"If they are taking their meds and doing what their supposed to be doing, they're never really going to get really better or be cured, but they can live with their disease if they get the primary care upfront," Huntley said. "If they just wait till they show up in the emergency room, that costs a lot of money and really does nothing to improve their health status,"

"That money is there, it is committed, it's in the budget, and it will be coming to the state of Minnesota," he said of the $1.4 billion in federal funds that would flow to Minnesota if the next governor enrolls Minnesota. Eleven states have been invited to do so, but only one has signed up.

"If we ask for it," he added.

Of the four hospitals in the program, one is no longer taking former GAMC patients and two others are within a week or two of reaching their pre-set caps on the number of former GAMC patients they'd take. That would leave Hennepin County Medical Center as the sole provider for rural GAMC services, said Rep. Erin Murphy, DFL-St. Paul.

"We're asking rural hospitals to take care of these people (in emergency rooms) but we don't have any money to pay you," she said. "That should not be the policy of the state."

"This is not the route the Legislature wanted to go down," added Sen. Mary Olson, DFL-Bemidji.

"It is not fair to me to have to health care systems in Minnesota, one rural an done metro," said House Majority Leader Tony Sertich, DFL-Chisholm, not a panel member but was in Bemidji on Friday as well.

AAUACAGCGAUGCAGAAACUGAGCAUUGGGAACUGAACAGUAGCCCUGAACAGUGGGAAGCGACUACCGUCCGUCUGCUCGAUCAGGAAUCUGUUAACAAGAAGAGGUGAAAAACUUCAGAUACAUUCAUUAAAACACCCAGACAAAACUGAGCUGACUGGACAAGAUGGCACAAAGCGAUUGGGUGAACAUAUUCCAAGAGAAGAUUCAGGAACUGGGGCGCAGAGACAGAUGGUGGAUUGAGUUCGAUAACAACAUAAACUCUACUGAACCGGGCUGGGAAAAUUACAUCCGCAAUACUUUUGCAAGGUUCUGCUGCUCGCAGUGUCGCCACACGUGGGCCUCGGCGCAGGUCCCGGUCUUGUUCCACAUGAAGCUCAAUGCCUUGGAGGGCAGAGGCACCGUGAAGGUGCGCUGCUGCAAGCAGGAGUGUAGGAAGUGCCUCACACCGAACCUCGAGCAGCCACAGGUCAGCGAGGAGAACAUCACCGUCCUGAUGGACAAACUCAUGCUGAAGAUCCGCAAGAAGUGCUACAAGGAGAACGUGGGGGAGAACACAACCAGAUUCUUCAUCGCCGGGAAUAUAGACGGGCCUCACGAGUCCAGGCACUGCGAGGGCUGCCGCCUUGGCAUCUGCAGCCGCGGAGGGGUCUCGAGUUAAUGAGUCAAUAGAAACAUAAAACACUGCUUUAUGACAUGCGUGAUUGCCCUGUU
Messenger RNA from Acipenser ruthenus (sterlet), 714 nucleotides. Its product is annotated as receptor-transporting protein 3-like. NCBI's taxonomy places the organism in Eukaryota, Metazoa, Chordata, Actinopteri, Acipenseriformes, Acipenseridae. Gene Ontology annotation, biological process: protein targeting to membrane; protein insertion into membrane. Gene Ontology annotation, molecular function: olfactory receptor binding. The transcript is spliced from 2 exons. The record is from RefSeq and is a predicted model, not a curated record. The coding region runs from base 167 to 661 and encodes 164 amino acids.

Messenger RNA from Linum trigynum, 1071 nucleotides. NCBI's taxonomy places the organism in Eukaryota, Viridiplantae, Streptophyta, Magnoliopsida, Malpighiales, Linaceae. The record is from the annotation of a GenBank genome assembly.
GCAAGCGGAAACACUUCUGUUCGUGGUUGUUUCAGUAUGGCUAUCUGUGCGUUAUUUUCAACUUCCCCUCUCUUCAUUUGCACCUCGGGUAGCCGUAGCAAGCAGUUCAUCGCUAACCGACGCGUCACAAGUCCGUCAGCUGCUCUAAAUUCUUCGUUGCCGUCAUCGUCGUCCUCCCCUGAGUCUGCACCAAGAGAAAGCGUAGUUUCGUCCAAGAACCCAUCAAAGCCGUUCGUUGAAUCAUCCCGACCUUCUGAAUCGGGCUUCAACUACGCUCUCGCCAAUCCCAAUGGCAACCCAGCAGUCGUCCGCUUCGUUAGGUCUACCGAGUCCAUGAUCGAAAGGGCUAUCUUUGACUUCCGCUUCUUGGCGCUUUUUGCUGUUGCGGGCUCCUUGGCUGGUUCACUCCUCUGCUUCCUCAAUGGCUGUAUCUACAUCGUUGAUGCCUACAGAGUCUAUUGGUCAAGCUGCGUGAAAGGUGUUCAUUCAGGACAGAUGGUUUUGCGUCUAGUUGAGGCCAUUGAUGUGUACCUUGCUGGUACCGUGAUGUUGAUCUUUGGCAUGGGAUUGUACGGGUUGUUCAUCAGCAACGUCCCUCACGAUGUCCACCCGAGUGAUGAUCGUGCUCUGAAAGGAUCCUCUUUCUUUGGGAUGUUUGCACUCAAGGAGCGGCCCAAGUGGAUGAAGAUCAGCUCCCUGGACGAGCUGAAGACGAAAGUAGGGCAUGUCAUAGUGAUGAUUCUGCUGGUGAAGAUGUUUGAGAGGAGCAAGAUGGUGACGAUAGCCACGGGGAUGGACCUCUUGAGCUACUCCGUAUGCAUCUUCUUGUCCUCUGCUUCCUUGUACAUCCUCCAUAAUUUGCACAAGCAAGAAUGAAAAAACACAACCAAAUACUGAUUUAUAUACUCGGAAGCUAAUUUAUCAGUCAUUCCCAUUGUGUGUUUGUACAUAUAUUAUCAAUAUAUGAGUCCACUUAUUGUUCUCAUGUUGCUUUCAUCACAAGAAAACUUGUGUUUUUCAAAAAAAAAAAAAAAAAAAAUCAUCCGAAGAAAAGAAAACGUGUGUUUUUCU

"It seems like we're trying to save money on the front end but spending lots more on the other end," Sertich said.

The Democrats hope to cobble the system together until January, when the new governor enrolls Minnesota into the Medicaid program, provided it is Democrat Mark Dayton.

Jeanne Edevold Larson, executive director of the Northern Dental Access Center, asked if it was such a good idea to enroll Minnesota and get $1.4 billion, then why wasn't it done.

"The federal government is broke," said Rep. Matt Dean of Dellwood, the lead human services Republican on the panel. "Tax dollars are paying for these programs 100 percent, and we have to borrow to pay for two wars. ... The federal government can't pay us the money it owes us today."

Plus, Dean said, the cost of the $1.4 billion is closer to $430 million -- a number Huntley disputes with $188 million -- "and we simply can't afford it with a $6 billion deficit."

And while 11 states and Minnesota have been invited to early enroll, only one state has done so, Dean said.

Maintenance of effort laws also require that benefits be paid at the same level even if the federal funding disappeared, he added."If the federal government comes up short, we still have to pay with state dollars."

He suggested the health care funding won't be around long, "as 56 percent of the people don't want Obamacare," Dean said.

The state would do better on its own and in seeking federal grants without strings attached, the Republican said.

But the current program isn't working, Huntley said, with people needing care still needing care.

"They are seriously ill and can't work," he said. "They live in our communities and neighborhoods. What do we do? Put them out on the street? Or allow the health care community to take care of them.

"That's not the best and most efficient way, as we still must pay for these people," Huntley added. "Somebody will pay."